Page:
Could Omya court decision force Yankee shutdown?

By BOB AUDETTE / Reformer Staff
Saturday March 5, 2011

BRATTLEBORO -- A recent ruling by the Vermont Environmental Court relating to groundwater pollution at Omya's calcium carbonate processing facility in Florence could have major implications in regards to the contention that leaks of tritiated water at Vermont Yankee nuclear power plant in Vernon violate the public trust provisions of a groundwater protection law passed in Vermont in 2008.

According to Elizabeth Courtney, the executive director of the Vermont Natural Resource Council, it supports the argument that Yankee should be shut down until groundwater remediation is completed.

"(The ruling) will help protect critical groundwater resources," said Kim Greenwood, VNRC's water program director and staff scientist.

After hearing arguments from Entergy, which owns and operates the plant, the Conservation Law Foundation and VNRC, the Vermont Public Service Board ruled last year that there was no need for the plant to be shut down.

However, the environmental court ruled, as VNRC and the CLF had argued before the PSB, that the groundwater public trust designation is to be broadly interpreted and that the state must manage groundwater as a public trust resource that is to be protected from both over-extraction and pollution.

"Nothing about the language or structure of that statute restricts the public trust to groundwater
quantity alone," wrote Judge Merideth Wright in her opinion. "To the contrary (the statute) explicitly mandates that the state manage its groundwater resources for the benefit of its citizens, both with regard to groundwater quantity and quality."

Sandy Levine, lead counsel for CLF, said the ruling is the first substantive judicial interpretation of legislation that designated the groundwater as a public trust resource.

"The court here confirmed that state agencies have a responsibility to protect groundwater for public uses including drinking water," said Levine, "and the groundwater underneath Yankee is no longer suitable for drinking."

But Deb Markowitz, Secretary of the Agency of Natural Resources, said decisions rendered in the environmental court do not set precedent. She has asked her staff to review Wright's decision and will provide advice on how ANR should respond to the ruling.

If Omya appeals the decision to the Vermont Supreme Court and it rules against it, then the ruling would become precedent which could be applied to Yankee.

The state has an obligation to protect its natural resources, said Markowitz.

"What one person does on their property could have an effect on us all," she said.

In the Omya case, where calcium carbonate is mined, nearby residents raised concerns about groundwater pollution from waste generated by Omya as part of its quarrying operation.

Also having implications for Yankee is the fact that the court dismissed Omya's argument that the fact that the groundwater had not spread outside the borders of its own property shielded it from having violated the groundwater public trust law.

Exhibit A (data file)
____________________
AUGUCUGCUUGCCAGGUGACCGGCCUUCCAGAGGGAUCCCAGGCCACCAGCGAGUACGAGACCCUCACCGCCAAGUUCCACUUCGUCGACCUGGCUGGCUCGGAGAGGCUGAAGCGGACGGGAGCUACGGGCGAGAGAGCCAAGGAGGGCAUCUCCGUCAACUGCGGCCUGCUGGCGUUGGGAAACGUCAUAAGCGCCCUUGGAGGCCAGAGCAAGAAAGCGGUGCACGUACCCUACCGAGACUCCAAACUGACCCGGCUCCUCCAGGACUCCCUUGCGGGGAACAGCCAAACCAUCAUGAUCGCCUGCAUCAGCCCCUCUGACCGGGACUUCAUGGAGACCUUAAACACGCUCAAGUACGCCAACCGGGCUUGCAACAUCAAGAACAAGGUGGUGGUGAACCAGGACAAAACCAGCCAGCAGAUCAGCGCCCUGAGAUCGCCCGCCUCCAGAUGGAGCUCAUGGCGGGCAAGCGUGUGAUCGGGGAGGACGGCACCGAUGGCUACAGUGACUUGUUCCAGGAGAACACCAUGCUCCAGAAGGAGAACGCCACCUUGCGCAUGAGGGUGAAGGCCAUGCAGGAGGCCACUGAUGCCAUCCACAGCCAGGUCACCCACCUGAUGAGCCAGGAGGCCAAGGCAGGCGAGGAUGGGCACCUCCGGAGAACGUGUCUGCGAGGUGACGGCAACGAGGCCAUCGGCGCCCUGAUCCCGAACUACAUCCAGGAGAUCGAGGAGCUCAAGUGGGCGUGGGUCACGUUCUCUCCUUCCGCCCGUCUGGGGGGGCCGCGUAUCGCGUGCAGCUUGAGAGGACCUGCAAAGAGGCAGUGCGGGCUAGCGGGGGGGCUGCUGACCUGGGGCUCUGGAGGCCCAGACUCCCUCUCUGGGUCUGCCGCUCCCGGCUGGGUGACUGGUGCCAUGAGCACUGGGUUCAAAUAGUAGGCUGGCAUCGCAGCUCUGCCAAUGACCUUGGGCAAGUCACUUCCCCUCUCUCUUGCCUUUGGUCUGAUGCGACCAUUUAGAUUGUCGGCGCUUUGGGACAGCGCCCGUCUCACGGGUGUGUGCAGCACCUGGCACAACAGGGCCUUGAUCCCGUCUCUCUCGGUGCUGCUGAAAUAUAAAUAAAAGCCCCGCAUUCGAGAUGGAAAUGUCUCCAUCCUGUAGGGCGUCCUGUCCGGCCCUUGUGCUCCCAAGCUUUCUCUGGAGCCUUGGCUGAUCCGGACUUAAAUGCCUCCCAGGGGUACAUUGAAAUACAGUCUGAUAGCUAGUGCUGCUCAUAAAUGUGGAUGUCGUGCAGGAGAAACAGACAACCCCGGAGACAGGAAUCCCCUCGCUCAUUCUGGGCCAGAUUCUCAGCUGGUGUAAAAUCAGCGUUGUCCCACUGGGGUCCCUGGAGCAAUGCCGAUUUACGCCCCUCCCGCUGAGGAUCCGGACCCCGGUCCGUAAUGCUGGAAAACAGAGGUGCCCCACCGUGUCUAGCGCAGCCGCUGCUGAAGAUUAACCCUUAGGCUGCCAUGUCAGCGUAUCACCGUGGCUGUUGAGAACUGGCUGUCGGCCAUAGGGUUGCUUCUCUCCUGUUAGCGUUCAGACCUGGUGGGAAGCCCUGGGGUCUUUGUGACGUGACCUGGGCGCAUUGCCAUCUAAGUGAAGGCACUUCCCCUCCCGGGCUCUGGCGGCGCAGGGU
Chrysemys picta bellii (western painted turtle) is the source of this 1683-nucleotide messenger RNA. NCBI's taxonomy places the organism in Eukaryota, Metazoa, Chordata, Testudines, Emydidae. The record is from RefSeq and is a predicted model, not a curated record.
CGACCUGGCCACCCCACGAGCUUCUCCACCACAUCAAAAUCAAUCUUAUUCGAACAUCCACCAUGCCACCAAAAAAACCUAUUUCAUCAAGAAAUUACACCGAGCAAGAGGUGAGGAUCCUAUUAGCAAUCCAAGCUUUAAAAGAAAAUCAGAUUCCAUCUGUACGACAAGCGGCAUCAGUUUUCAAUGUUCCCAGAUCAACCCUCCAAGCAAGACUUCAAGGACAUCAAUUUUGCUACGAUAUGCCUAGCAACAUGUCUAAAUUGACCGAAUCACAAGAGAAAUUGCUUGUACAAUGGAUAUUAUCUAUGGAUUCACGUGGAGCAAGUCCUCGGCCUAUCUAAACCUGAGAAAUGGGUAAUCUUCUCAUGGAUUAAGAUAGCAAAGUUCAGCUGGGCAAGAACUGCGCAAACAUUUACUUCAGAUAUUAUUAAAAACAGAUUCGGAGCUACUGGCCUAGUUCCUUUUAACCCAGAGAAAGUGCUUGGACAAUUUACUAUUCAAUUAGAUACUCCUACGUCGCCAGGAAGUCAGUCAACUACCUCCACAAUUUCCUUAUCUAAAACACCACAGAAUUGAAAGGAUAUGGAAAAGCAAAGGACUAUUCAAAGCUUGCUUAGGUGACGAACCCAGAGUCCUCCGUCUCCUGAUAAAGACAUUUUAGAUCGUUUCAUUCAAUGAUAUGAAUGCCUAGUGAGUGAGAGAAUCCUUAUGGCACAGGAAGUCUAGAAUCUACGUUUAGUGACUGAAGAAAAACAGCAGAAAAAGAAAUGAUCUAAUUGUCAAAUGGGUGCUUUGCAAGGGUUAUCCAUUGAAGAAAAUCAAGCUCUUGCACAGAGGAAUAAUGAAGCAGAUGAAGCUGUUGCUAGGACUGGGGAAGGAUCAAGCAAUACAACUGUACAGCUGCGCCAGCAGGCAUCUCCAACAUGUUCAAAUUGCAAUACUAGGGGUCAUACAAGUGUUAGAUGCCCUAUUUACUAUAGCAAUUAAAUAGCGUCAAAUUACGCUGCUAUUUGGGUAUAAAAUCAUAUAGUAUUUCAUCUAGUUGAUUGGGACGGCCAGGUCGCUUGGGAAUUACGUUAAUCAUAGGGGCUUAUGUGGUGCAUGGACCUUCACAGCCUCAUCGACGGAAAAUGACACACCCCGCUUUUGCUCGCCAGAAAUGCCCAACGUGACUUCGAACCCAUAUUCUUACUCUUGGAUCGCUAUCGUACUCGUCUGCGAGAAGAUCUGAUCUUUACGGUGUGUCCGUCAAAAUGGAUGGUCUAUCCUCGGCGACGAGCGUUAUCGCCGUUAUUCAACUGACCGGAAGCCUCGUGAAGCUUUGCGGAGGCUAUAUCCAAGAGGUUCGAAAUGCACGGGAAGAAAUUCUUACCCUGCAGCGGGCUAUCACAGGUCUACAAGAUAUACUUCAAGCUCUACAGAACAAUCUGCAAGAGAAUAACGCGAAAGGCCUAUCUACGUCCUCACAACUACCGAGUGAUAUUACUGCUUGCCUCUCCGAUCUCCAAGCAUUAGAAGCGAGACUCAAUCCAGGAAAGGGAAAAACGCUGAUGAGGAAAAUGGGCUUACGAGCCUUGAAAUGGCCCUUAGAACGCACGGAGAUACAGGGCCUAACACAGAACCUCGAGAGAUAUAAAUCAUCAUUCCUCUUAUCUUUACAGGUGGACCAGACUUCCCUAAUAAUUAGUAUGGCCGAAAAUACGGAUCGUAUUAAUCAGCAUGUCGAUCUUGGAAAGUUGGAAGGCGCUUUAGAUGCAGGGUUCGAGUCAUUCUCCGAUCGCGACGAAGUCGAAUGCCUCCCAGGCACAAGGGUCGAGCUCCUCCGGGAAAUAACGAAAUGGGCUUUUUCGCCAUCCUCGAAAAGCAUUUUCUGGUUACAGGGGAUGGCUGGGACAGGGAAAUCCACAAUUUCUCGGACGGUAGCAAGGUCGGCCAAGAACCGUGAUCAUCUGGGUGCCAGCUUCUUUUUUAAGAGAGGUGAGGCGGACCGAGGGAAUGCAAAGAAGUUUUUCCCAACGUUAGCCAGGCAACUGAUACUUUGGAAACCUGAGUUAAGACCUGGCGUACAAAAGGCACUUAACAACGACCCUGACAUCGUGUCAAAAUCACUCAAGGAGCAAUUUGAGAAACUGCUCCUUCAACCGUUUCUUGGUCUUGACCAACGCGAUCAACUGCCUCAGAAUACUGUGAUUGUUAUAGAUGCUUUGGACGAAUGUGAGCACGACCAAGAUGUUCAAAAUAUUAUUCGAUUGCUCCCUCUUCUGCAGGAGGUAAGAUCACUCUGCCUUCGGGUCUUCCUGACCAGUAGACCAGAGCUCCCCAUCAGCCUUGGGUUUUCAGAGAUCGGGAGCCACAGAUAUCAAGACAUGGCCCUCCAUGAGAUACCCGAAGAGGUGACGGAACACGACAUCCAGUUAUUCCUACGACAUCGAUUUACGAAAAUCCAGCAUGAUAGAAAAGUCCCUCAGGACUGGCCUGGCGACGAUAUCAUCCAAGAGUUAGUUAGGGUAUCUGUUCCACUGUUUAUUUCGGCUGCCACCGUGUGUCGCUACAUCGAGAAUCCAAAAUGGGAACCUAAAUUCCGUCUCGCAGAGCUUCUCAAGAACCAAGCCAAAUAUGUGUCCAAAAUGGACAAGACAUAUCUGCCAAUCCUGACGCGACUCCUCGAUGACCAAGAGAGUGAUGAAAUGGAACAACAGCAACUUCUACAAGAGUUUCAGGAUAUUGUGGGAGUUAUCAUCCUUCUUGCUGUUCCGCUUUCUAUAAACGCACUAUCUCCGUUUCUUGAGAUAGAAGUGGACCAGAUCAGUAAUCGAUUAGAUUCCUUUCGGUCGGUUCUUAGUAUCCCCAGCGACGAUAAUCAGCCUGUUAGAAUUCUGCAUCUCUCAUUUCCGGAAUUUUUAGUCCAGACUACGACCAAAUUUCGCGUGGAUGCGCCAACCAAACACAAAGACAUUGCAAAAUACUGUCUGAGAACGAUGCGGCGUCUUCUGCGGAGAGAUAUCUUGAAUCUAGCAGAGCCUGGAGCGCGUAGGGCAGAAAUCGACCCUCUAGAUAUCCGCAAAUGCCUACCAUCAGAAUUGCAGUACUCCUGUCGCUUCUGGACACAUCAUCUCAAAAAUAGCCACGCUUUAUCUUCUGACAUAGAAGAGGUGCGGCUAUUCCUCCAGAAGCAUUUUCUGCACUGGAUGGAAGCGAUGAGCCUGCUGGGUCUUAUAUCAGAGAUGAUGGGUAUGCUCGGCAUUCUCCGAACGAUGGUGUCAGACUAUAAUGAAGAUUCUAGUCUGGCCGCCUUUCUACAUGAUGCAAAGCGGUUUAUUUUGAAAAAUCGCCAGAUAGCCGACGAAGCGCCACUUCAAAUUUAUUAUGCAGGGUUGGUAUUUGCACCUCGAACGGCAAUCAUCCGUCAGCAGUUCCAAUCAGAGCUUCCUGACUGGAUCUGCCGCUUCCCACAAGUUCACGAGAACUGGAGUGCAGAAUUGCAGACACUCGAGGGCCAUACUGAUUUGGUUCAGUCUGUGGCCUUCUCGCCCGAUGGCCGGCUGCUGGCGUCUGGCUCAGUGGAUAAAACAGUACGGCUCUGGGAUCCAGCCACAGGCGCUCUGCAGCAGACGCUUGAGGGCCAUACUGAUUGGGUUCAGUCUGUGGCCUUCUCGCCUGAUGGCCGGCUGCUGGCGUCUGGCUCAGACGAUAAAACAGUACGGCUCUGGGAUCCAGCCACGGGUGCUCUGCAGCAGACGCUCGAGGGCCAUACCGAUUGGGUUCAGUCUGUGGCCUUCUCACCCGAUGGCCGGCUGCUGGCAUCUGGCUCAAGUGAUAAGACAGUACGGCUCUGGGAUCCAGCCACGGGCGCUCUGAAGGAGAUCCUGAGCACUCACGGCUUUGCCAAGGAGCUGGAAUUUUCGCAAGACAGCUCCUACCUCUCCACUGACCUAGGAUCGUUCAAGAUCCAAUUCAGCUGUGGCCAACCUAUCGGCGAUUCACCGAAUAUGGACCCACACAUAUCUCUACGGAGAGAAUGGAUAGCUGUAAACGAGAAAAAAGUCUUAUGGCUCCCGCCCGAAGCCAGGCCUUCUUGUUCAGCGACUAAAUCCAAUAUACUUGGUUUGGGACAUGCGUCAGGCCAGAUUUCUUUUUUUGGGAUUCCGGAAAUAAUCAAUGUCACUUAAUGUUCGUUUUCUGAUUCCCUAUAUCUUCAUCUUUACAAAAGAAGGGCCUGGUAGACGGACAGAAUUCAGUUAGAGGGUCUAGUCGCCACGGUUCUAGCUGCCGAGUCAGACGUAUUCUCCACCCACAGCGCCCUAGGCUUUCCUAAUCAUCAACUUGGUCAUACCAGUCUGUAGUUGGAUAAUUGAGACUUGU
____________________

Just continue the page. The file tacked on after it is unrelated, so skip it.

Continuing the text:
Larry Smith, spokesman for Vermont Yankee, said that throughout the tritium investigation Entergy has acted responsibly in identifying its tritium leak and immediate remediation of groundwater and soil contaminated as a result of the leak.

"At no time did the leak affect public health, safety or drinking water on- or off-site," he said. "Nor was tritium detected above background levels in the Connecticut River."

The doctrine of public trust goes back to the Roman Empire, if not further, said Levine.

"There are certain public resources, and water is one of them, that belong to the public," she said.

Historically, the public trust doctrine applied to public waterways, such as rivers, lakes and other surface waterbodies.

Wright's decision confirms the same doctrine applies to groundwater, said Levine.

The court's decision also confirms that the PSB has the responsibility and authority to protect the groundwater resources at Yankee.

"It confirms that the contamination at the site should not be allowed and that the PSB should order the plant to shut down and the site to be cleaned up," said Levine.

At Yankee, a sample of groundwater was found to be contaminated with tritium in January 2010. The leak was fixed but a large volume of groundwater under the plant remains contaminated.

To date, more than 325,000 gallons of contaminated water has been extracted from the ground and either treated for return into the plant's systems or shipped off to a radioactive disposal site.

In January 2011, Yankee revealed another sample of groundwater, taken from a monitoring well about 150 feet north of the contaminated plume, tested positive for tritium at levels about 10,000 picocuries lower than the Environmental Protection Agency's limit of 20,000 in drinking water.

Following the discovery, CLF called for the Vermont Public Service Board to reconsider its decision to allow Yankee to continue operation while the original leak was being remediated.

During its weekly update with the Nuclear Regulatory Commission on Thursday, Yankee technicians said three of the five underground lines that were suspected to be the source of the tritium leak discovered in January have been tested.

No indications of leakage were found on the Plant Stack Sump Discharge Line, the first Advanced Off Gas Delay Pipe Drain Line and the Second AOG Delay Pipe Drain Line. Pressure testing on the Steam Packing Exhauster Drain Line was indeterminate and a second pressure test was planned. The last line, the Standby Gas Treatment Drain Line, will be pressure tested during the week of March 21.

Bob Audette can be reached at raudette at reformer. com, or at 802-254-2311, ext. 160.